MortgagesNov 27 2015

Stamp duty shock to tighten buy-to-let criteria

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Stamp duty shock to tighten buy-to-let criteria

Buy-to-let lenders are currently reviewing the detail around the changes to stamp duty rates to assess the implications of the increased charges on their business.

In the Autumn Statement, chancellor George Osborne revealed a plan to increase the stamp duty premium on buy-to-let properties and second homes by 3 per cent from April next year.

Mortgage lenders, including HSBC and Lloyds, have now told FTAdviser they are currently considering the detail of the initiative in order to review their criteria for lending.

“We are assessing the implications of the announcement made during the chancellor’s Autumn Statement,” a spokesman for Lloyds Banking Group said.

“We review our policies and criteria constantly, but it is too early to give an indication of what or when we might make any changes in relation to this.”

John Heron, director of mortgages at the Paragon Group, said: “What we don’t know yet is the outcome of the consultation that the chancellor has promised and how that might impact professional landlords.

“It is simply too early to tell the outcome, and there is precious little detail in what we saw (in the Autumn Statement).”

Many industry figures have suggested there could be an influx in buy-to-let and second home purchases before the new charges come into force in April.

However Mr Heron disputed this claim.

He said: “Certainly you would expect landlords who are already at some stage in purchasing a property to accelerate the process so the purchase is as tax efficient as it can be.

“But I doubt whether we will see a wholesale rush because in our experience landlords weigh these matters up very carefully and take their time over decision making. So I don’t think they will rush into investment simply because of the change.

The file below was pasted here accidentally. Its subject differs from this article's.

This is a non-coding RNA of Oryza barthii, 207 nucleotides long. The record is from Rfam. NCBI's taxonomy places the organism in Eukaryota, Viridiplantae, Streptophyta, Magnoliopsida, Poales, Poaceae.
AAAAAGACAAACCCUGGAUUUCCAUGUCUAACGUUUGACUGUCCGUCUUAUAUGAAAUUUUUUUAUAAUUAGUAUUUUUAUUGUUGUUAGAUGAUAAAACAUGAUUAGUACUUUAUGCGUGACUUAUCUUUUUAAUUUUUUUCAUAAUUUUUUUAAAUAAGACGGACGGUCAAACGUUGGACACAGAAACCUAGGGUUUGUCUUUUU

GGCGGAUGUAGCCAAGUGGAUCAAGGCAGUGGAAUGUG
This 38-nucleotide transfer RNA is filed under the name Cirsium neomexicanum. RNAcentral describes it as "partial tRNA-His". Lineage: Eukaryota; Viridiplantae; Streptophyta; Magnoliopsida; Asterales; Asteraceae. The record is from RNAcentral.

“I think a measured acceleration of existing transactions is the most likely outcome.”

In July, changes announced in the Summer Budget forced lenders to reassess their affordability calculation for buy-to-let mortgages.

Mr Heron argued the change in the Autumn Statement will not affect the affordability criteria of the mortgage but rather the cost of purchasing, and therefore doubted whether there was a need to adjust affordability calculations in light of the changes in the Autumn Statement.

A spokeswoman from Nationwide said the chancellor is clearly moving towards a shift in focus towards home ownership in the UK.

“The latest reform of introducing higher rates of stamp duty on additional residential properties, including buy-to-let, builds towards that aim,” she said.

“We will look to work with the government on the proposals and await further details beyond the headline announcement.”

Walker Crips’ wealth management director, David Hetherton, said he thinks the chancellor’s announcements around buy-to-let investments will have a positive impact on the wealth management industry.

He said: “The Autumn Statement will encourage investors to think twice about concentrating their funds in buy-to-let property portfolios,” he said.

“Those consumers with geared property portfolios may begin exploring investment opportunities which provide potentially better value, such as advisory or discretionary managed portfolios.”